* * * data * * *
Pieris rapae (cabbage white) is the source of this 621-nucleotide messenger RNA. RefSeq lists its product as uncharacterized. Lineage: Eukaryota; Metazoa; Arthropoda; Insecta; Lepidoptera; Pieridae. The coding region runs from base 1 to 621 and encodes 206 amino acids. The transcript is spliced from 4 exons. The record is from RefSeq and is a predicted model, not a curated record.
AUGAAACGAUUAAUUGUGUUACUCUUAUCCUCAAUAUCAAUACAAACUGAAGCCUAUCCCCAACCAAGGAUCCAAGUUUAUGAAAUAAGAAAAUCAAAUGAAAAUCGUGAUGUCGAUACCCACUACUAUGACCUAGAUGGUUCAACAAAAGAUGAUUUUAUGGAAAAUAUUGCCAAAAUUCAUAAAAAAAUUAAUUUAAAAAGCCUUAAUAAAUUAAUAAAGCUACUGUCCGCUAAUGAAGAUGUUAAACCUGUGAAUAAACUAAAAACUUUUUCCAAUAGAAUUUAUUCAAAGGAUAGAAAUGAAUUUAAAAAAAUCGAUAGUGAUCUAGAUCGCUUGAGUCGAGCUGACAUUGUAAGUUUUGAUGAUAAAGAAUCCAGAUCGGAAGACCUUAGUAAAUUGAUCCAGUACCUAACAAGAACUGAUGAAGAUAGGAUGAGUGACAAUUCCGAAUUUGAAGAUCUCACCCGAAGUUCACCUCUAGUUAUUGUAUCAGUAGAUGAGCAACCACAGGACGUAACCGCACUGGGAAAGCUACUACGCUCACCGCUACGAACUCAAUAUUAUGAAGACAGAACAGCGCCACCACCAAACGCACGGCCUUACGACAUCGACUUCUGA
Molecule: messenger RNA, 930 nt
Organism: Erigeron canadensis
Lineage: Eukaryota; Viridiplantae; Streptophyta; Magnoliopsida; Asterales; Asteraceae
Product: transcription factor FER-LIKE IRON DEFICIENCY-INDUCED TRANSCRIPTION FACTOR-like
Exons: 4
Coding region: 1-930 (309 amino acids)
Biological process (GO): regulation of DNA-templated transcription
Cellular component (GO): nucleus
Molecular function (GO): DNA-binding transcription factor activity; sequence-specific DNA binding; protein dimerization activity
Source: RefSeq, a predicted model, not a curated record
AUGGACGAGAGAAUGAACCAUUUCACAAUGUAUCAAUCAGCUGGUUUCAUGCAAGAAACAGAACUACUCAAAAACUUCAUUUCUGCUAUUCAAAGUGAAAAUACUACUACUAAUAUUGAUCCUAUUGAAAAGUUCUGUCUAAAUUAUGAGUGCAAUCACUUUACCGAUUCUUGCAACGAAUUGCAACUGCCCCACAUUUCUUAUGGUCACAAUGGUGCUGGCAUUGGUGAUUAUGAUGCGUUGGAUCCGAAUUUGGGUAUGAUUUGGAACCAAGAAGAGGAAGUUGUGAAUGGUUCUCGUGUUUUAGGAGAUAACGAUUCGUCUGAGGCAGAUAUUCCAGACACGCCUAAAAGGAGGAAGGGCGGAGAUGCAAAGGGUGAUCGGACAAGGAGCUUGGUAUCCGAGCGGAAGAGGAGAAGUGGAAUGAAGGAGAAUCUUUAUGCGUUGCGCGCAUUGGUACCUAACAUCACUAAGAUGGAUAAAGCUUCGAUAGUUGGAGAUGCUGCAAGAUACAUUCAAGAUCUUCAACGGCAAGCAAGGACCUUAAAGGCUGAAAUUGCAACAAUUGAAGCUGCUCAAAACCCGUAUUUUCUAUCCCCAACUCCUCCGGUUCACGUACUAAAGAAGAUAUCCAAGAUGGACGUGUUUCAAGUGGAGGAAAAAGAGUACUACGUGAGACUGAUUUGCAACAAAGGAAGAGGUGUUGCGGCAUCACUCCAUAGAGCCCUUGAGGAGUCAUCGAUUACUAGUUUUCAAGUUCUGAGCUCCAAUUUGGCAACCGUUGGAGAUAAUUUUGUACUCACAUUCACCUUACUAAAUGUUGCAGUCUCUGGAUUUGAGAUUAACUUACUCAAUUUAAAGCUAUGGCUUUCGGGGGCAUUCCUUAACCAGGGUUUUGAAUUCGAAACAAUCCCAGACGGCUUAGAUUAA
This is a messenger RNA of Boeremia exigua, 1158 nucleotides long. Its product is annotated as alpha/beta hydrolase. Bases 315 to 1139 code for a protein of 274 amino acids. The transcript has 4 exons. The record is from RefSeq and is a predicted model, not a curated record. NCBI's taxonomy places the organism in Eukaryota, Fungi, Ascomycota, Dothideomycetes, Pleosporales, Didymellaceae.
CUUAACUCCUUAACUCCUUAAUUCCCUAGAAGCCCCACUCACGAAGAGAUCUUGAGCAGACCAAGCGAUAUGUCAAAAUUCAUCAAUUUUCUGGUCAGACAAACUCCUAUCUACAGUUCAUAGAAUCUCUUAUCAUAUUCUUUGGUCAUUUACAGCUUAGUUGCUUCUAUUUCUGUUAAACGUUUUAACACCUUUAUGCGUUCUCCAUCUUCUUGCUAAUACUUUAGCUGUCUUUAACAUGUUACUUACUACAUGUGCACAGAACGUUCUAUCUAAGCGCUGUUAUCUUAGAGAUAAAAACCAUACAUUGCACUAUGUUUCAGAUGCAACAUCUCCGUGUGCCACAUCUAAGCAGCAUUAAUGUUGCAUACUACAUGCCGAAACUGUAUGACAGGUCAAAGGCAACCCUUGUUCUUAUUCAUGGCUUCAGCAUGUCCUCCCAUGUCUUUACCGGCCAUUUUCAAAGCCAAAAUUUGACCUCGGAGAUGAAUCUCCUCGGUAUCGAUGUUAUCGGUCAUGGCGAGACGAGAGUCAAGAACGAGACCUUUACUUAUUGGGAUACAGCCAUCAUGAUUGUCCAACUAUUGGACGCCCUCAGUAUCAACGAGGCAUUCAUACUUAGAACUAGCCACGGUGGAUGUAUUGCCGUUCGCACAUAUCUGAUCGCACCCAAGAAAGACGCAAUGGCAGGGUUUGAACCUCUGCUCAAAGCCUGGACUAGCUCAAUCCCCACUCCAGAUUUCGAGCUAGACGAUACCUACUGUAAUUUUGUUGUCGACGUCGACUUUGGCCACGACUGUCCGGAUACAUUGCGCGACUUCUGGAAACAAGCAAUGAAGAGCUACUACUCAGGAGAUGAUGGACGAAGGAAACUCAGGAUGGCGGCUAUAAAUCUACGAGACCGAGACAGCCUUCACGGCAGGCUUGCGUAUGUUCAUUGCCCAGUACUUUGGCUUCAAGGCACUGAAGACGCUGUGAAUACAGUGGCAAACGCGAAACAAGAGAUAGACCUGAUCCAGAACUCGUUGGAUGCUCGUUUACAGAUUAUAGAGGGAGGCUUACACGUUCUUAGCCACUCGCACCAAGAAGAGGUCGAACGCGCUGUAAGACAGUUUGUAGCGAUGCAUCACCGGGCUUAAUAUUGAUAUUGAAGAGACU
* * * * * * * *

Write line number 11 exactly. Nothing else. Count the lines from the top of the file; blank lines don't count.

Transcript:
Molecular function (GO): DNA-binding transcription factor activity; sequence-specific DNA binding; protein dimerization activity